Materials and Methods
Cells, Viruses, and Antibodies.
The melanoma cell lines SK-Mel-28 and ME4405 were obtained from Dr. S. Ralph (Department of Biochemistry and Molecular Biology, Monash University, Victoria, Australia) and Dr. G. Parmiani (Milan, Italy), respectively. The following cell lines were isolated in our laboratory: Mel-CV and Mel-FH (from metastases in lymph nodes); Miller (from an intestinal metastasis); and MM200 (from a primary melanoma).
RD (a heteroploid human embryonal cell line) rhabdomyosarcoma cells were obtained from the Entero-respiratory Laboratory, Fairfield Hospital (Melbourne, Victoria, Australia). The RD-ICAM-1 cell line was produced by stable transfection of RD cells with cDNA encoding the ICAM-1 molecule (12) . MRC-5 cells (derived from human lung fibroblasts) were obtained from Bio-Whittaker.
All of the above-mentioned cell lines were maintained in DMEM containing 10% FCS.
Prototype strains of Coxsackievirus A21 (CAV21, Kuykendall strain), Coxsackievirus B1 (CVB1, Conn-5), Coxsackievirus B3 (CVB3, Nancy), and Echovirus 7 (E7, Wallace) were obtained from Margery Kennett (Entero-respiratory Laboratory, Fairfield Hospital). All viruses were propagated in RD-ICAM-1 cells, and infected cells were frozen and thawed to release the remaining intracellular virus particles. The virus-containing medium was clarified of cellular debris by centrifugation for 5 min at 1000 × g and stored at −80°C.
The anti-ICAM-1 monoclonal antibody, WEHI, which is specific for the NH2-terminal domain of ICAM-1, was supplied by Dr. Andrew Boyd (Queensland Institute for Medical Research, Brisbane, Queensland, Australia). Anti-DAF monoclonal antibody, IH4, which recognizes the third short consensus repeat of DAF, was a gift from Dr. Bruce Loveland (Austin Research Institute, Melbourne, Victoria, Australia).
Virus Infectivity Assays.
Confluent monolayers of RD-ICAM-1 cells in 96-well tissue culture plates were inoculated with 10-fold serial viral dilutions (100 μl/well in quadruplicate) and incubated at 37°C in a 5% CO2 environment for 48 h. Cell survival was quantitated by incubation with crystal violet/methanol solution [0.1% crystal violet, 20% methanol, and 4.0% formaldehyde in PBS (100 μl/well)] for 24 h, and after three washes with distilled water, the relative absorbance of individual wells was read on a multiscan ELISA plate reader (Flow Laboratories, McLean, VA) at 540 nm. Fifty percent viral end point titers were calculated using the method of Reed and Muench (19) by scoring wells as positive if the absorbance values were less than the mean minus 3 SDs of the control (no virus) wells.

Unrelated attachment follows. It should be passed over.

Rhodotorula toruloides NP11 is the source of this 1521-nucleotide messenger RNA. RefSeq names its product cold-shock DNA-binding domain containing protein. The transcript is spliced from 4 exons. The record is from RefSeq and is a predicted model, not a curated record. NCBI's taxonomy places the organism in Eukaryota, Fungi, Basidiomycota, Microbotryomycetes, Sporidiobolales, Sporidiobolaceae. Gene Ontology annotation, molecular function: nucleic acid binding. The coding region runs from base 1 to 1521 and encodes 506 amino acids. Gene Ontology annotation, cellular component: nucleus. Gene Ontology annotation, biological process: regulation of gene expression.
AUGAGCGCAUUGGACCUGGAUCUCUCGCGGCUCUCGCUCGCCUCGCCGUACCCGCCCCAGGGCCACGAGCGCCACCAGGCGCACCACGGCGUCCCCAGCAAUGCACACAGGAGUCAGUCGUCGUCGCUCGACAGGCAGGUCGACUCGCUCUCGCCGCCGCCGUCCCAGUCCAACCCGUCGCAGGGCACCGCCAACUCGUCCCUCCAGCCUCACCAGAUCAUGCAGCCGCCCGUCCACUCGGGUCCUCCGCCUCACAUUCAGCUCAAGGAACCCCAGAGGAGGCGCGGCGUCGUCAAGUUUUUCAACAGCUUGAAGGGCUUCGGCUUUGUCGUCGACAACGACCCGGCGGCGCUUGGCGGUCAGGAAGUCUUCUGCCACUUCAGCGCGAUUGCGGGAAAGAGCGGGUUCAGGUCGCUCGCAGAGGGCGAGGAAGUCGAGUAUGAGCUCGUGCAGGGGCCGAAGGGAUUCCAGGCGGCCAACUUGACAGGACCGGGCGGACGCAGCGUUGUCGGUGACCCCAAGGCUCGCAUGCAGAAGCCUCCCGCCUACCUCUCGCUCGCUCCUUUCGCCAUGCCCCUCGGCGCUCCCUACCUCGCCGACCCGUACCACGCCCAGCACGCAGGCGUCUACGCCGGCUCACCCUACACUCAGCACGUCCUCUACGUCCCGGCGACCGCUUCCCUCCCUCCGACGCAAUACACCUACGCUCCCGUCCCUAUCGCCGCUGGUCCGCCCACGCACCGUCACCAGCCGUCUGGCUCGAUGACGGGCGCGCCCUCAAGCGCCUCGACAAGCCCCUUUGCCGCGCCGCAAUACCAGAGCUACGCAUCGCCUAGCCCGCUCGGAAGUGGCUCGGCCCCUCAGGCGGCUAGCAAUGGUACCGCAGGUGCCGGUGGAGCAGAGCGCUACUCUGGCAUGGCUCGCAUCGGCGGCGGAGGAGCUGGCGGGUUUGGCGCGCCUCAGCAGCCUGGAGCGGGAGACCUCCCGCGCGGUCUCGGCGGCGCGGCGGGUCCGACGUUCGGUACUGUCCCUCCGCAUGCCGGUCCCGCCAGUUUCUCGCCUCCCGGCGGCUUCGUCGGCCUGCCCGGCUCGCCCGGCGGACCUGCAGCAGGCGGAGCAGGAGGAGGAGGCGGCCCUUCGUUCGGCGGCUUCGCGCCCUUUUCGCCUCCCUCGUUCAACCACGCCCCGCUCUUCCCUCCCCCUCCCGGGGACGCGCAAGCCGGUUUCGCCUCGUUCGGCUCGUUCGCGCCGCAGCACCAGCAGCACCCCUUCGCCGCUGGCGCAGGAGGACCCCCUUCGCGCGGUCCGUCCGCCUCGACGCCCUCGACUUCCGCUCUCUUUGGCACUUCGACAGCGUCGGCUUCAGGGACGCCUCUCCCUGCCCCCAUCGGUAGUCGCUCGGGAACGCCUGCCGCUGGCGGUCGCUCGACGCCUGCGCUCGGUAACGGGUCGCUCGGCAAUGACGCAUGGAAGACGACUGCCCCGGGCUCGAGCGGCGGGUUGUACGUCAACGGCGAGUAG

In Vitro Viral Cell Lysis Assay.
The lytic activity of CAV21 in peripheral blood lymphocytes (PBLs) isolated (Ficoll gradient) from the blood of stage IV melanoma subjects and primary cultures of melanoma cells isolated from excised malignant melanoma tumors was tested in quadruplicate in 51Cr release assays. Target cells were labeled with 100 μCi of Na251Cr04 (New England Nuclear, Boston, MA) for 1.5 h at 37°C, washed three times, and resuspended in DMEM containing 10% FCS. CAV21 [50% tissue culture infectious dose (TCID50) = 107.4] was added to the target cells (approximately 105) in quadruplicate wells of a 24-well plate containing 1.0 ml of DMEM and incubated in a humidified atmosphere of 5% CO2 at 37°C for 18 h. For each target system, spontaneous release as well as maximal 51Cr activity release was determined. After incubation, the supernatant was harvested and counted in an automated gamma counter. The percentage of lysis was calculated as follows: % specific cytotoxicity = [experimental release (cpm) − spontaneous release (cpm)]/[maximal release (cpm) − spontaneous release (cpm)].
CAV21 was purified from stock preparations by velocity centrifugation in 5–30% sucrose gradients as described previously (20) , and the peak infectious fractions were pooled, dialyzed against PBS, and stored at −80°C.